Gas prices dip slightly ahead of Thanksgiving holiday

(November 15, 2022) WASHINGTON, D.C. — The national average for a gallon of gasoline slid three cents in the past week to $3.77. The main reason is the global cost of oil, gasoline’s main ingredient, has been stuck in a narrow price range of $85 to $92 a barrel for several weeks.

“While the national average has barely budged, there are now about 13 states with some stations selling gas below $3 a gallon,” said Andrew Gross, AAA spokesperson. “More gas stations could follow, which may be a big help with road trip budgeting as Thanksgiving approaches.”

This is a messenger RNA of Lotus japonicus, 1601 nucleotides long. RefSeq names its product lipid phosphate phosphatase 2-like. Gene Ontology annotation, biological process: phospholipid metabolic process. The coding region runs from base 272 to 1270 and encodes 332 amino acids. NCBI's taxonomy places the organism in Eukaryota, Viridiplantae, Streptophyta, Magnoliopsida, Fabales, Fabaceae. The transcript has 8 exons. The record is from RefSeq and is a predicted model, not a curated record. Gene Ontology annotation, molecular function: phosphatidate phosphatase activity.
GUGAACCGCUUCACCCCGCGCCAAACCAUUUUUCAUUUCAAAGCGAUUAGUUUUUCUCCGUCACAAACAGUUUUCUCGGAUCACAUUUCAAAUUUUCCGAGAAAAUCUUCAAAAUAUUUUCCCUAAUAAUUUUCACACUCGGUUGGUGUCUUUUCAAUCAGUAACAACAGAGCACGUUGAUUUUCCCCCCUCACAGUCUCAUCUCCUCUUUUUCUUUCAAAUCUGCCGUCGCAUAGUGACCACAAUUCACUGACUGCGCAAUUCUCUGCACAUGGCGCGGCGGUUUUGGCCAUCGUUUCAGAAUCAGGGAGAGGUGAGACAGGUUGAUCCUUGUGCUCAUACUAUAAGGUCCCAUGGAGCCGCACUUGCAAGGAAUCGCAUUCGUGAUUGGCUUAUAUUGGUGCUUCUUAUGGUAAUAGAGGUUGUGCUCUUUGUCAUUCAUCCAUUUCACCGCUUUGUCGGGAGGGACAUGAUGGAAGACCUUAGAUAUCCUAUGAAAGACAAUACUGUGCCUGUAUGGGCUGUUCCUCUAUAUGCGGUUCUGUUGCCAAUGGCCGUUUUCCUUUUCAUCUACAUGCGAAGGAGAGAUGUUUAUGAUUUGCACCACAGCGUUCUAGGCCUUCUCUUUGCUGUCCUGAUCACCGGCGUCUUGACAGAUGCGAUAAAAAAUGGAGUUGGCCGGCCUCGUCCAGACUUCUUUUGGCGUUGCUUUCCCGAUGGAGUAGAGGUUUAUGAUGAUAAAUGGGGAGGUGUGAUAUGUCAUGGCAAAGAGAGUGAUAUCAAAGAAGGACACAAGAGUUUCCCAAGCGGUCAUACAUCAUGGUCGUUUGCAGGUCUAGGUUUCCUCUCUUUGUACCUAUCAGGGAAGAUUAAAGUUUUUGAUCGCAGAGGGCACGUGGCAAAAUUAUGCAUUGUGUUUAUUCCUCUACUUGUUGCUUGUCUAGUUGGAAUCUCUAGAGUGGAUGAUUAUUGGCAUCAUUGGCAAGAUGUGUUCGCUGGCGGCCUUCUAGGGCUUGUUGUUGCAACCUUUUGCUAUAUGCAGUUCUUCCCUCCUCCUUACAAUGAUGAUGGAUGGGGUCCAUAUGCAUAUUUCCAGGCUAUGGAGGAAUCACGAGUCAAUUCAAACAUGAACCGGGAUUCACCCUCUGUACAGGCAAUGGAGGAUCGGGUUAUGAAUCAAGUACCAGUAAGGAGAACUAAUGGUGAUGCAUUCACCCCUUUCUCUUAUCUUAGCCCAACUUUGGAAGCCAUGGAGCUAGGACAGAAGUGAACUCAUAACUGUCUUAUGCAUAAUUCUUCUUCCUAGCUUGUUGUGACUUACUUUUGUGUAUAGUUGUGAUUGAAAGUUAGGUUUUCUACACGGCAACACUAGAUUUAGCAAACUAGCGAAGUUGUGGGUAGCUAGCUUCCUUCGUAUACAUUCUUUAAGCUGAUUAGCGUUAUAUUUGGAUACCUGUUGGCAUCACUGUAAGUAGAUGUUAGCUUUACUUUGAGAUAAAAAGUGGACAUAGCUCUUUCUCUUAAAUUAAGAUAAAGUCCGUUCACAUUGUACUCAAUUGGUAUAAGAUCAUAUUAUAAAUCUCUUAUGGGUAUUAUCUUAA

According to data from the Energy Information Administration (EIA), gas demand increased from 8.66 million barrels a day to 9.01 million barrels a day last week. Total domestic gasoline stocks decreased by nearly 1 million barrels to 205.7 million barrels Tight supply and robust gasoline demand would typically push pump prices higher, but fluctuating oil prices have limited cost increases.

Today’s national average of $3.77 is 13 cents less than a month ago and 36 cents more than a year ago.

Quick stats

The nation’s top 10 largest weekly decreases: Wisconsin (−25 cents), Michigan (−19 cents), Indiana (−16 cents), Illinois (−15 cents), Ohio (−12 cents), Delaware (−7 cents), Texas (−6 cents), Oklahoma (−6 cents), Kentucky (−5 cents) and Wyoming (−5 cents).

The nation’s top 10 least expensive markets: Texas ($3.11), Georgia ($3.16), Mississippi ($3.20), Arkansas ($3.23), Louisiana ($3.27), South Carolina ($3.29), Alabama ($3.30), Tennessee ($3.30), Oklahoma ($3.31) and Missouri ($3.33).